How it all started

In 1991 Charles Martell conceived the idea of establishing a collection of perry pears. Farms across the three counties of Gloucestershire, Herefordshire and Worcestershire were scoured for the old varieties. 59 had been rediscovered and planted around the Three Counties Agricultural Society showground at Malvern by 1998.

National-Perry-Pear-Events2

In 1999 a second collection was started by Jim Chapman in Hartpury to replicate and extend the Malvern collection. In 2003 he gave 25 acres to the Hartpury Heritage Trust to establish a new orchard. This was to become the National Perry Pear Centre.

Rootstocks-seedlings

In addition to the orchards, over the next few years a wetland nature reserve was created and by 2008 the Orchard Centre had been built. The first training course, run by Peter Mitchell’s Cider Academy, was held there in September 2008.

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In 2015 the Centre was extended to include a library and office space. By then the perry pear collection had increased to 105 distinct varieties. To improve bio-security, it was decided to spread the collection between the sites and in 2016 the Malvern collection was enlarged to 75. By way of comparison the National Fruit Collection at Brogdale includes only 20 perry pear varieties.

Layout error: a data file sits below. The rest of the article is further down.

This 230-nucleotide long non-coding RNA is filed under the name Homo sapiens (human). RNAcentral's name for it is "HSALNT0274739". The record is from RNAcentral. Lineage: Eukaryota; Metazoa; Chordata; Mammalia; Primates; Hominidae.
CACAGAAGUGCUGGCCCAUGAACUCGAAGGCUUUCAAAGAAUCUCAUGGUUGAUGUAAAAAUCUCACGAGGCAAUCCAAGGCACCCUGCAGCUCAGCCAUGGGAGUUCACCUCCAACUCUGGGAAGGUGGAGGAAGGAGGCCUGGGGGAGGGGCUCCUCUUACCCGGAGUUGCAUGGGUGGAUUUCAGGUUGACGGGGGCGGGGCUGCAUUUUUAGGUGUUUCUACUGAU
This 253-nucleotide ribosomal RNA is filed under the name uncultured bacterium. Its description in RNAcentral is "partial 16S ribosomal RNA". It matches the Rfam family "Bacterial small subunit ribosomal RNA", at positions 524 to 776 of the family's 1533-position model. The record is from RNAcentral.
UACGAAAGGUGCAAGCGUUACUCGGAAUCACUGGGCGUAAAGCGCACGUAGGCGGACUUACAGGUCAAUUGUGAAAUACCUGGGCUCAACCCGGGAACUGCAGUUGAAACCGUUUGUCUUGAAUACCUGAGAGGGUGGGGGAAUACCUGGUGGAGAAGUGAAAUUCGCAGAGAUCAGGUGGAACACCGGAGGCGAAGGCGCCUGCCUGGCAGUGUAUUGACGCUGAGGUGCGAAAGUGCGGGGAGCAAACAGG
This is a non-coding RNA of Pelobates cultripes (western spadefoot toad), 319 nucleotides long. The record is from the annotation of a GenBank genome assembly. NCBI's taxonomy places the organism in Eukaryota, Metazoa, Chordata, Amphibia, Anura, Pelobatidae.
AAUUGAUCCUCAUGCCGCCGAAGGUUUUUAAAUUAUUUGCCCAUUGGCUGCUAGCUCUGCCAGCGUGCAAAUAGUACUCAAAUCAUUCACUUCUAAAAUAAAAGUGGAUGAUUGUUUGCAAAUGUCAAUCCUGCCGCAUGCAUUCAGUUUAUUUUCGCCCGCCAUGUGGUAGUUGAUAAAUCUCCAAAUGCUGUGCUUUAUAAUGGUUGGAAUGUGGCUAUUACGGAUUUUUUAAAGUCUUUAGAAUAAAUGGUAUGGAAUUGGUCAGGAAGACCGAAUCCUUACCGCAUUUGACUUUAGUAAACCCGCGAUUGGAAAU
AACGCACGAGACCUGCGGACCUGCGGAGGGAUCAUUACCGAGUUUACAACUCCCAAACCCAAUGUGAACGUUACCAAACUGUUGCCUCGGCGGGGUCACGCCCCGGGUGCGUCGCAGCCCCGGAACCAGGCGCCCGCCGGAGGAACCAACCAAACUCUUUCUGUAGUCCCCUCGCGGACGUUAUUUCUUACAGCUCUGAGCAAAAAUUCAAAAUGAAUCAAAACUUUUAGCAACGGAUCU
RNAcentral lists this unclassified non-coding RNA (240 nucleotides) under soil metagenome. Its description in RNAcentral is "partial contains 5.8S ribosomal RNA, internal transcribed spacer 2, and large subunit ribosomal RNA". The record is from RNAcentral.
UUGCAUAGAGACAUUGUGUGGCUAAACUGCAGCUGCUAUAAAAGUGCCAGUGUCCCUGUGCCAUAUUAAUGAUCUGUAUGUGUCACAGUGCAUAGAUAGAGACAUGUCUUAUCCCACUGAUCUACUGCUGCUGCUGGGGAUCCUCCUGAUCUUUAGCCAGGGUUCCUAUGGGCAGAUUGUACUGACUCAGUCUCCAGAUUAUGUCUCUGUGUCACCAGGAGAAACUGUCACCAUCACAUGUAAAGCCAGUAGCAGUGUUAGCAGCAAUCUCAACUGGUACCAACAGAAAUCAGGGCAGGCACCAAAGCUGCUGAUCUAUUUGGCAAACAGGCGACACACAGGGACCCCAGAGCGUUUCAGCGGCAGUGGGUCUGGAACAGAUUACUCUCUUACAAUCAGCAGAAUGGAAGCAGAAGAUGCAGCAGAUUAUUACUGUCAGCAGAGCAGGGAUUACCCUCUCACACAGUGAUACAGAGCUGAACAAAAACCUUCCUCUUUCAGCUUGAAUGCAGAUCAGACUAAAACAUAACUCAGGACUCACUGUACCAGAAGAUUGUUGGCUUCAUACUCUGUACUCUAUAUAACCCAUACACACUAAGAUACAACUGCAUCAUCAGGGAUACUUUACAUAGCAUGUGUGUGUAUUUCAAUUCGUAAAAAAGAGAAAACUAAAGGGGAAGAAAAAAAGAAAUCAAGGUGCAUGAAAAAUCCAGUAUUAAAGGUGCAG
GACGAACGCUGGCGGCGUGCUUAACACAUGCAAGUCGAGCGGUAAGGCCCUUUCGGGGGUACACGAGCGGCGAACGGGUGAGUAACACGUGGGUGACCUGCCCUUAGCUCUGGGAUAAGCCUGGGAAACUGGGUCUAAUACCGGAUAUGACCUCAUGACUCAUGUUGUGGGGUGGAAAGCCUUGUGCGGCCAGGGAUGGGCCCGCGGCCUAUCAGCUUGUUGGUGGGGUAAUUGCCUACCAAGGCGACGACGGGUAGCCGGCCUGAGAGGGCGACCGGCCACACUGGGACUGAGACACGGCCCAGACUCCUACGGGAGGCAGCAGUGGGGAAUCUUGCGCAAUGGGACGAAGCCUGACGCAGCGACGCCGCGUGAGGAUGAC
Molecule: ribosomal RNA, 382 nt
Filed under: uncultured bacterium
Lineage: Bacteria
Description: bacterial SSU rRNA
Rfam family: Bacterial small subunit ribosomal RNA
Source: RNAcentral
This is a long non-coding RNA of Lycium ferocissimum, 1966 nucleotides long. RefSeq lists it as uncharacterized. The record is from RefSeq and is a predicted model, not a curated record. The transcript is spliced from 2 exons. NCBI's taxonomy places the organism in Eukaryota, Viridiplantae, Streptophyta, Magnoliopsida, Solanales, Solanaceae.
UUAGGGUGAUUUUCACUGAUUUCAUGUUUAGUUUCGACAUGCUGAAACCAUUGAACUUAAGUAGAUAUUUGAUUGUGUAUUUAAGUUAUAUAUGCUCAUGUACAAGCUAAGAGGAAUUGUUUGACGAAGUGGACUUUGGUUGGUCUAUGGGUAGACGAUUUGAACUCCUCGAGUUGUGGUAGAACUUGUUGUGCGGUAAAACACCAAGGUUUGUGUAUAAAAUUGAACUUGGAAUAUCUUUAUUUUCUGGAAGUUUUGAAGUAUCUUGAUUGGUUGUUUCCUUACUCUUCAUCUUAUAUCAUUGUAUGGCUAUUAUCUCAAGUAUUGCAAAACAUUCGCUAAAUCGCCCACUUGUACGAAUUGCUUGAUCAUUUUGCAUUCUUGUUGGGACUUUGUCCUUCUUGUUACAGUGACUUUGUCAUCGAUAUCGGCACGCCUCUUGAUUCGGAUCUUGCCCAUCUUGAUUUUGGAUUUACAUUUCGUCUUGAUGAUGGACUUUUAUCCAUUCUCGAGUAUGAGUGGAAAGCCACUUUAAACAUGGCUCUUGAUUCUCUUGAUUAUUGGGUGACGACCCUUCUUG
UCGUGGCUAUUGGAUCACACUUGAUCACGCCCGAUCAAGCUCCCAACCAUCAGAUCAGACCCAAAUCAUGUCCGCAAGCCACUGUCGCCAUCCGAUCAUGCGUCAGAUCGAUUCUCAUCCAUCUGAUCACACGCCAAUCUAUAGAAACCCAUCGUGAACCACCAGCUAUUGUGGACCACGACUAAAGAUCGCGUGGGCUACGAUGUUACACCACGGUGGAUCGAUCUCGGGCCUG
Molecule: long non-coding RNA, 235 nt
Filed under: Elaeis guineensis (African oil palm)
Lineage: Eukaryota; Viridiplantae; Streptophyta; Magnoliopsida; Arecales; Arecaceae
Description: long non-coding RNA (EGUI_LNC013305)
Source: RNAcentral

National-Perry-Pear-Centre-

Increasingly Hartpury Heritage Trust is working with Gloucestershire Orchard Trust through a jointly owned Community Interest Company to manage both their own orchards and enabling them to care for others. Together they are also producing a range of publications about orchards.

Perry-pear-hartpury-orchard

Hartpury Heritage Trust, the charity which owns the Centre and manages the National Perry Pear Collection, is a small village charity. Other than support from Natural England’s Countryside Stewardship programme, it currently receives no financial support for its activities, although the National Association of Cidermakers did provide annual support for 3 years.